Friday, June 16, 2006

Dear Diary, Dear World – All About Blogging
By Khieng Chho

The Internet has changed the way we live, breathe, and even write – in fact, it is mainly due to the blogging phenomenon that we receive headlines, change them, and even get the latest buzz on issues newspapers and popular media will not dare tackle. Blogging has become so common, it has prompted dictionary makers to create new terms. For instance, each article on a blog is called a “post,” “entry,” or “blog post.” A person who blogs is called a “blogger.”

But what is blogging, and why is it so popular?

Blogging refers to the activity of updating one’s blog. What is a blog? A blog is a web log, or an Internet-based publication which contains articles about a variety of topics. Blogs are either run on dedicated hosting services, or they can be run on any ordinary web hosting service using scripts meant for blogs.

Blogs often focus on a particular subject. They can tackle movie reviews, political issues, important local news, or one’s personal opinion. Most blogs serve as online diaries, and will contain personal images, artwork, and writing.

Blog posts will contain the following elements.

• A title – Some personal bloggers have modified this, and have added subtitles to add “meat” to their entries. They may indicate the music they are currently listening to, their current mood, and the subject of their post. Journalistic bloggers will often link their title to similar articles available online.

• The body – This is the main content of the blog. It can be a fictional entry, in the case of story or novel blogs; or a non-fiction entry, in the case of other blogs, such as news blogs or diaries.

• A permalink – this is the link to the individual blog entry, which other bloggers can use if they would like to link or refer to the article.

• The date – this is simply the date, time, and sometimes place in which the entry was first posted.

Some blogs may also contain the following.

• A comments section – this enables readers to make comments or react to the blog entry. This is also a useful way by which other bloggers can make themselves, and their blogs, known.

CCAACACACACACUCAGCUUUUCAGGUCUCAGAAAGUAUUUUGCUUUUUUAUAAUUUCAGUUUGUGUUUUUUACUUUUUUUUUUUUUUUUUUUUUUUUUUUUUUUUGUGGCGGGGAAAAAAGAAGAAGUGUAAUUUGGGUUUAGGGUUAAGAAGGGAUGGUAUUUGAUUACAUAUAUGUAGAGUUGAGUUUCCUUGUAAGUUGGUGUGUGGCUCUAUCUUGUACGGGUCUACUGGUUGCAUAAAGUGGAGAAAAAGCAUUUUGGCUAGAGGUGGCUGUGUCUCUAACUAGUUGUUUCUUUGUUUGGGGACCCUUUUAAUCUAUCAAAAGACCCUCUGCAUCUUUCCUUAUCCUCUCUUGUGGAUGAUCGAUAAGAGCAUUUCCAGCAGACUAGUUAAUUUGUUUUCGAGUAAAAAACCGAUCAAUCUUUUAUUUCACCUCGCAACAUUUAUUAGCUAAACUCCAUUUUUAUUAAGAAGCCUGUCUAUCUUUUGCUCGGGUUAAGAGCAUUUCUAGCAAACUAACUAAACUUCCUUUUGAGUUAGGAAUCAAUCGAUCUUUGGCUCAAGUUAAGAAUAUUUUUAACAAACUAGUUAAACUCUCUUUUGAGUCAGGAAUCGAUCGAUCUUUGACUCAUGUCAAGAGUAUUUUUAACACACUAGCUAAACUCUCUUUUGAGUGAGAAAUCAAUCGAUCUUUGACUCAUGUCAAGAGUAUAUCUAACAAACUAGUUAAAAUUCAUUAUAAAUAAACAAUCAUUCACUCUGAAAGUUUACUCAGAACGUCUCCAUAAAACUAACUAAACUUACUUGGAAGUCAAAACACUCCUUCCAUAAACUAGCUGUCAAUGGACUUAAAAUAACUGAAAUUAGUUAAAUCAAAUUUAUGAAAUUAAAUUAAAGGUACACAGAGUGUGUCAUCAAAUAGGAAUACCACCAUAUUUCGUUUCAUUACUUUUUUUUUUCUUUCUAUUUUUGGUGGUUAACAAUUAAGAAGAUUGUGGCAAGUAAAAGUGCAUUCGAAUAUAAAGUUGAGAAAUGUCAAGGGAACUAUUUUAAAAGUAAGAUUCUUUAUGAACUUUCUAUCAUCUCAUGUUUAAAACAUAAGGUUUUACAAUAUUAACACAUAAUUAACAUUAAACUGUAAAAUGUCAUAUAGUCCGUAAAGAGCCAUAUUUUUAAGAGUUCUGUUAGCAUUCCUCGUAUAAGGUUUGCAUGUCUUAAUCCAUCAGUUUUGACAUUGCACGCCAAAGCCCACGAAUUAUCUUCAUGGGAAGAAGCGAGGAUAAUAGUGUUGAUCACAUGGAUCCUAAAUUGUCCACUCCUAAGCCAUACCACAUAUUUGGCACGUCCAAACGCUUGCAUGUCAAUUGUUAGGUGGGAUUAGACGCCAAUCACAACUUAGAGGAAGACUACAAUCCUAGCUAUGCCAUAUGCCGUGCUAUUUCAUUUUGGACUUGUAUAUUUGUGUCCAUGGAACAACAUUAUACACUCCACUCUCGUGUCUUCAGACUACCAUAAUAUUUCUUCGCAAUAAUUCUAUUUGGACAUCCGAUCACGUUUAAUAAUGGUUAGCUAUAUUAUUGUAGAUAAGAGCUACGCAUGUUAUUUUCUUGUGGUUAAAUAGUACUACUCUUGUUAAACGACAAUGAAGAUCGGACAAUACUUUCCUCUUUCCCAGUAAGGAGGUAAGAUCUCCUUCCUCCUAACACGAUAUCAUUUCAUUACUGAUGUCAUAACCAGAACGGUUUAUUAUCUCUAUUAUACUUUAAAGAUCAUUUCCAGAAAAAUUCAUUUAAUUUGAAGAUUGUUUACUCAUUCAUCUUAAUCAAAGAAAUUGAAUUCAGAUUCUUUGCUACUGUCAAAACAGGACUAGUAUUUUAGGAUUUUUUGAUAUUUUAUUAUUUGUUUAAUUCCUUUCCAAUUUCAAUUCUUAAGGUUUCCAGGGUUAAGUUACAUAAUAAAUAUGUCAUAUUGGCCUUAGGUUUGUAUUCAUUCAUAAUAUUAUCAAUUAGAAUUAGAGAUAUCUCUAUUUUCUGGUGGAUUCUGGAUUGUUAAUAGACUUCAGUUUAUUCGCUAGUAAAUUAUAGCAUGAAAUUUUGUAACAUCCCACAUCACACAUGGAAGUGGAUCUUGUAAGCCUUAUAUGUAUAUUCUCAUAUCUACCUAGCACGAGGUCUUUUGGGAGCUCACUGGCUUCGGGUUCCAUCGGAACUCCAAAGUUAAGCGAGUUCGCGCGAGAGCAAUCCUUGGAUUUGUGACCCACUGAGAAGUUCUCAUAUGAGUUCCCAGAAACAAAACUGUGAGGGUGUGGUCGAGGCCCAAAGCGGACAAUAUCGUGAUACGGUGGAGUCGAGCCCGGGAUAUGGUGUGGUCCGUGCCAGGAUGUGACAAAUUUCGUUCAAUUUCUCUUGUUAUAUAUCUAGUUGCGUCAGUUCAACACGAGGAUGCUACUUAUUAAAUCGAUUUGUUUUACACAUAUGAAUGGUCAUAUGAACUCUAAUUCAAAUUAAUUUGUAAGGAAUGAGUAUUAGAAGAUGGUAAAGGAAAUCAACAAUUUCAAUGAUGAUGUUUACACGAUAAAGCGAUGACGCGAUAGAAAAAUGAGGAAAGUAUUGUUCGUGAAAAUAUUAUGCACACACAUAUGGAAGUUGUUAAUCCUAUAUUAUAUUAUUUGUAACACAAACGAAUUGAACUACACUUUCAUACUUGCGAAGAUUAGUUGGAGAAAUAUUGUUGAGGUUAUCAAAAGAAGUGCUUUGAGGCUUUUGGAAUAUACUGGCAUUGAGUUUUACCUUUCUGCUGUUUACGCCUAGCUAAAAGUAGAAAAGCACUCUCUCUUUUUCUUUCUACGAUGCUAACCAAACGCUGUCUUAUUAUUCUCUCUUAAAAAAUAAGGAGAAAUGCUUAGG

• The tags – this is the section where bloggers list the categories under which their current article falls. For instance, a post on “Saving the Whales” can be categorized under “environment,” “whales,” and “ecology.”

• Trackback – Also known as pingback, this is a list of links of other sites that refer to the article or post.

There are many different kinds of blogs available, depending on the topic they tackle. A few types include the following

• Personal – These blogs focus on personal experiences, and feature an online diary, usually with images or artwork. Some photoblogs fall under this category, where bloggers post pictures instead of writing about their experiences.

• Paid – Some bloggers are paid to blog their career experiences, or the latest news about a company.

• Socio-cultural – Some blogs are devoted to socio-cultural experiences, and can allow people of other cultures a glimpse into the quirks and specialties that make other cultures unique.

• Science – Some scientists have taken to blogging about their research findings, or to share laboratory techniques. Such a method, however, has been met with derision in the science community, since it overrides the traditional peer-based review of research.

• Political or News – Some blogs focus on the latest news, and can even offer political opinions on certain subjects.

Blogging is definitely here to stay, and it can influence cultures and headlines through the widely popular medium of the Internet. Have you tried blogging yet?

Khieng 'Ken' Chho - Online Blogging Resources. http://blogging.1w3b.net/

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